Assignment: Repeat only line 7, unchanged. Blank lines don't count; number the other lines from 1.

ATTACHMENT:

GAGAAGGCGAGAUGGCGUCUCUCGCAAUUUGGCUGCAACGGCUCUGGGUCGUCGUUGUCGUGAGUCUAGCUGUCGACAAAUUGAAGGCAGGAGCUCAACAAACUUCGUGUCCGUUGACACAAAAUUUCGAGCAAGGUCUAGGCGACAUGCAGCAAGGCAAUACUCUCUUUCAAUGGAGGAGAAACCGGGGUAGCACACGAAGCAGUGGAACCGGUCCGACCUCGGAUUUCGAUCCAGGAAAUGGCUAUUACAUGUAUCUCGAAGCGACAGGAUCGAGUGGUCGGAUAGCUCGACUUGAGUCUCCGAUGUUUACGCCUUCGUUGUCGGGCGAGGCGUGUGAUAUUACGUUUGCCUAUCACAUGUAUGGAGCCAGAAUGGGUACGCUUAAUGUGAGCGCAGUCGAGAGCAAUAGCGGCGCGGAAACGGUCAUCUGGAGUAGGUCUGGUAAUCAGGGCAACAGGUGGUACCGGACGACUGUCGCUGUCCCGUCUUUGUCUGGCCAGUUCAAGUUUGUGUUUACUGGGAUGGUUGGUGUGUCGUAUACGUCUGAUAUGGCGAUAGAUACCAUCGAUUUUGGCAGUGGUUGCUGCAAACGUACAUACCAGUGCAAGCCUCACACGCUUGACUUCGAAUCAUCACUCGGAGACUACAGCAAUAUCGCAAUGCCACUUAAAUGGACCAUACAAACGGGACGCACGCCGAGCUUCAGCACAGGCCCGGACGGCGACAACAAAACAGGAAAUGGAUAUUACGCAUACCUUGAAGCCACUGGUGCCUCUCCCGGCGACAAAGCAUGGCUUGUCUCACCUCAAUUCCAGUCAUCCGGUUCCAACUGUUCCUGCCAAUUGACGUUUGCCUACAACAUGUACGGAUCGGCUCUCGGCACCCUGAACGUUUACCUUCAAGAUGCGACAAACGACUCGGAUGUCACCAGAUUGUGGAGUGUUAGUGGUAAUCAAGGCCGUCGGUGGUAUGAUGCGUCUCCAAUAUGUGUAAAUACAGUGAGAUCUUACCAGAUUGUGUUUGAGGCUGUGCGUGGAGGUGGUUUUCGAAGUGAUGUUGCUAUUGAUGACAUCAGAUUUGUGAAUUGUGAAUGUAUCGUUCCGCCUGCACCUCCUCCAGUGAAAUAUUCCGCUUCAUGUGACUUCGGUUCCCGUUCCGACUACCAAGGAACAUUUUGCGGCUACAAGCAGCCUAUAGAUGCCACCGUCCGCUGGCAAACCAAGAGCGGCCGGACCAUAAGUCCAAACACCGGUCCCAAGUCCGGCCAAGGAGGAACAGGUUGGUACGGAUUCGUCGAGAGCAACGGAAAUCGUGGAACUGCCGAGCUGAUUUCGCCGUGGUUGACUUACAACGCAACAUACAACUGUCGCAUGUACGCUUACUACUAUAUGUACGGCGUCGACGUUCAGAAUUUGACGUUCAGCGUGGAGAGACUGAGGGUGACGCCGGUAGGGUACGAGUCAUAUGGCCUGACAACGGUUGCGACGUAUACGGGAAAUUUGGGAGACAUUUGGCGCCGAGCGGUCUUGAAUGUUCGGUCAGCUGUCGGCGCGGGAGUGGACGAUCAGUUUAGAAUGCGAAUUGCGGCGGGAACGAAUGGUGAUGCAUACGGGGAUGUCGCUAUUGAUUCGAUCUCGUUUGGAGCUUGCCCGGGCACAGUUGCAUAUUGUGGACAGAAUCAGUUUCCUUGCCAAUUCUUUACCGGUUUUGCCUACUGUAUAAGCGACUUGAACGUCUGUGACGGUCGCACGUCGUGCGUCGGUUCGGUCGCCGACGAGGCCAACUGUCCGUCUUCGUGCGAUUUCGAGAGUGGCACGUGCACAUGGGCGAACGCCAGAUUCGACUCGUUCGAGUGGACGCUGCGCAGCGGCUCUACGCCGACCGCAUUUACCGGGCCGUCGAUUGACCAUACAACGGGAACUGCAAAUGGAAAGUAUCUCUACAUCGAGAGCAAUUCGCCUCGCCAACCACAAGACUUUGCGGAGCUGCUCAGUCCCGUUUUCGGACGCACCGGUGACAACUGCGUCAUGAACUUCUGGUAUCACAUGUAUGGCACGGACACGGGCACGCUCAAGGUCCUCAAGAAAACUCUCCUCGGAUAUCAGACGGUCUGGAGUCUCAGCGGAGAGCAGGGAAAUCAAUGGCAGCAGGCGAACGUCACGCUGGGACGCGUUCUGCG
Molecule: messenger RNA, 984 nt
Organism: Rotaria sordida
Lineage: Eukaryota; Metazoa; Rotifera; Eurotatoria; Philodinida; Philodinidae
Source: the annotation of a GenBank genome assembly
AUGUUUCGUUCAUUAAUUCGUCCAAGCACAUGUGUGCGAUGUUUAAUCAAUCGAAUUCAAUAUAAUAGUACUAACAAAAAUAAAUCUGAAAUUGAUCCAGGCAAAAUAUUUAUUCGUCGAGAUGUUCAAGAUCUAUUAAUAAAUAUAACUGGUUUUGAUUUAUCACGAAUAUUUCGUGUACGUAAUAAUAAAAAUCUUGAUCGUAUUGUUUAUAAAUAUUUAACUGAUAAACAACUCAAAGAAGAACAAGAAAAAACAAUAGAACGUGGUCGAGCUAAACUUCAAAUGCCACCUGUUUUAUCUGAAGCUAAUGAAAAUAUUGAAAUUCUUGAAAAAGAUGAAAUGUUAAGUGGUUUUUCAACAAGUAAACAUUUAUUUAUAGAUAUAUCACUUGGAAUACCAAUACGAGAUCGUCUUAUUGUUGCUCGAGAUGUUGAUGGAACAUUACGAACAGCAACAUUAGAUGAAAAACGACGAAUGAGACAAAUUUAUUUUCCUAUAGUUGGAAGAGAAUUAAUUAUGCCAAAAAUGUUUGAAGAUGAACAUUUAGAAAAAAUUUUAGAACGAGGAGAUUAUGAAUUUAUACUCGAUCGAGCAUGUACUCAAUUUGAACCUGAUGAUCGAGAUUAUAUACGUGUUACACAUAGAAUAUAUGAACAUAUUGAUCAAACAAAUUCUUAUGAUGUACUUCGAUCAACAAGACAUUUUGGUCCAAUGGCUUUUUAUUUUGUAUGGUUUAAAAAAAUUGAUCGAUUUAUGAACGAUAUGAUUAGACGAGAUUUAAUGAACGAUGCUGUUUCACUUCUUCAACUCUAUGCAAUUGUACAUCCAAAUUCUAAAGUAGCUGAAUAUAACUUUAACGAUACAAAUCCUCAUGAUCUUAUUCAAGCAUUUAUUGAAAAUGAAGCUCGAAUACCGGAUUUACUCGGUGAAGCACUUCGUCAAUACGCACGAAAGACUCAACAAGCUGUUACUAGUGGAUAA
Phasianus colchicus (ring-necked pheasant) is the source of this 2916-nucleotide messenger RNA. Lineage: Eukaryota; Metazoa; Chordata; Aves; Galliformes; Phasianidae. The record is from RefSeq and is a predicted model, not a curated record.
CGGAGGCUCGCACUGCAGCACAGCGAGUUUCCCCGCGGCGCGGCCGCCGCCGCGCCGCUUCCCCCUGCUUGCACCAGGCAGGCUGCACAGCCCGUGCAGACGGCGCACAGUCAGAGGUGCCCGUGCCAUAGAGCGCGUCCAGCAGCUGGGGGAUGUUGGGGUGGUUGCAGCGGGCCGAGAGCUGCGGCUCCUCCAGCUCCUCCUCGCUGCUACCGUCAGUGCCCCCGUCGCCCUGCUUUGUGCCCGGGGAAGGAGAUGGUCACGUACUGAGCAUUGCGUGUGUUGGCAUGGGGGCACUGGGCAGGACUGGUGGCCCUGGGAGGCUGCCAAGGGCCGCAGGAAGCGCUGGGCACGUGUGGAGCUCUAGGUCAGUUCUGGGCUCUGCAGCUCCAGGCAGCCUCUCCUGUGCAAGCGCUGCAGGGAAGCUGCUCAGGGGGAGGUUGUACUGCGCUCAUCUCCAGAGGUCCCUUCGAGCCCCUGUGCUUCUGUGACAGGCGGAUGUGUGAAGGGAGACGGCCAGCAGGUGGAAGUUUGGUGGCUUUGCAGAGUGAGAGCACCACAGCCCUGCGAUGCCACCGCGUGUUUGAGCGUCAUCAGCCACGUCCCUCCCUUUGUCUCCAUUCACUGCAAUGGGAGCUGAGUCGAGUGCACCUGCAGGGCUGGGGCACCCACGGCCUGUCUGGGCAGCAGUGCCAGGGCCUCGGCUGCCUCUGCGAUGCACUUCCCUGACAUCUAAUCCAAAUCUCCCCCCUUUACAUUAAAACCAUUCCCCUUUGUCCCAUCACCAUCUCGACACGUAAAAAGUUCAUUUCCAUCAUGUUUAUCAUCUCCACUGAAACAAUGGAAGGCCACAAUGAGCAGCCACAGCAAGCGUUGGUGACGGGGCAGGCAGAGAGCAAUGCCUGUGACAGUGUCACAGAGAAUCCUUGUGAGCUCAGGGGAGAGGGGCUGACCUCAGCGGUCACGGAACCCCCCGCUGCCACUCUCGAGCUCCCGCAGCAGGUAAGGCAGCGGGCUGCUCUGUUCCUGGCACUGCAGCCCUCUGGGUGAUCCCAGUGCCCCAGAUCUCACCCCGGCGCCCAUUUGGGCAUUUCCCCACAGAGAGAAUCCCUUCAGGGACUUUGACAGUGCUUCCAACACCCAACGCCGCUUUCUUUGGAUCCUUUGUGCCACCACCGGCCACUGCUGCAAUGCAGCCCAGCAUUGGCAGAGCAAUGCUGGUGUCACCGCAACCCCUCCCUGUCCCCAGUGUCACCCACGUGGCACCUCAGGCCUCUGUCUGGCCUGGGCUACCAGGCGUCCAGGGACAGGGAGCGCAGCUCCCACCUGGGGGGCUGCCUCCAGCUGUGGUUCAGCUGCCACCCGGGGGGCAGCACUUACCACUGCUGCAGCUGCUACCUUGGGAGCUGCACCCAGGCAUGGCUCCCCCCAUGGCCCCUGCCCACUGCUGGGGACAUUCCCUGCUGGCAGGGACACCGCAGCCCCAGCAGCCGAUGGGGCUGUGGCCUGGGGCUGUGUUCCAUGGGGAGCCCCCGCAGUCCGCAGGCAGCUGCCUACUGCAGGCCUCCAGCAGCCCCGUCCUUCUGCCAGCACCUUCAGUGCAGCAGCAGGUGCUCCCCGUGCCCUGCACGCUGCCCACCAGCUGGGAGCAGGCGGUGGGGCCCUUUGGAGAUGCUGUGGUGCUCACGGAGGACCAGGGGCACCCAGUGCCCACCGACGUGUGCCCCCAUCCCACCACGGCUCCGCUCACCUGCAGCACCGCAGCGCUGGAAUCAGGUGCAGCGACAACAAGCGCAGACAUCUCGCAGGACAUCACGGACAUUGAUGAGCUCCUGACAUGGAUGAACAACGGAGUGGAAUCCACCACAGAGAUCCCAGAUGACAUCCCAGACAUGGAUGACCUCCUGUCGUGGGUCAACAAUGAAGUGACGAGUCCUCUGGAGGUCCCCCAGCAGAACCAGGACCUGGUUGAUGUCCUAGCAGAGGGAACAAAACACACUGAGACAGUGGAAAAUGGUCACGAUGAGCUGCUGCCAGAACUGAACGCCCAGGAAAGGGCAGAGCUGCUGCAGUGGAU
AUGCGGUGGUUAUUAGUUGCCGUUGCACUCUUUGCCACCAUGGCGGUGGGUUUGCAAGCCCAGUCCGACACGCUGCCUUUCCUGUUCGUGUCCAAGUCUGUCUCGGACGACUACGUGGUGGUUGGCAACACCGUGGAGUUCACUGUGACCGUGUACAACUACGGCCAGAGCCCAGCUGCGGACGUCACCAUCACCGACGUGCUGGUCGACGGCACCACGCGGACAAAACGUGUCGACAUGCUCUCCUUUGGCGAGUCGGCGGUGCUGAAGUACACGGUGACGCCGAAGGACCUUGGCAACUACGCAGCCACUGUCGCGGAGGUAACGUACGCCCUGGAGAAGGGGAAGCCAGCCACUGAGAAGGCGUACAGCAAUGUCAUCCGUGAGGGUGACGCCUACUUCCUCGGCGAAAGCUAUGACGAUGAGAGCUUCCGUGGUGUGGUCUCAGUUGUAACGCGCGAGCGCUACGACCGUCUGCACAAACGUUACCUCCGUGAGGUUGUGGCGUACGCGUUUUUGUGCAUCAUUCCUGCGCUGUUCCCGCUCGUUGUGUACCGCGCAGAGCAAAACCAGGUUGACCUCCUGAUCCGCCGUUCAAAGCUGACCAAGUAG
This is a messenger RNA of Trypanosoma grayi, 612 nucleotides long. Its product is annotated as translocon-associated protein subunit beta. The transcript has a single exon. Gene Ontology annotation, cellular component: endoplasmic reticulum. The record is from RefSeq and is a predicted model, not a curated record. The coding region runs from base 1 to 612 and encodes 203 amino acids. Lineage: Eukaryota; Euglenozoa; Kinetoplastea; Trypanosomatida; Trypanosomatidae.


Phasianus colchicus (ring-necked pheasant) is the source of this 2916-nucleotide messenger RNA. Lineage: Eukaryota; Metazoa; Chordata; Aves; Galliformes; Phasianidae. The record is from RefSeq and is a predicted model, not a curated record.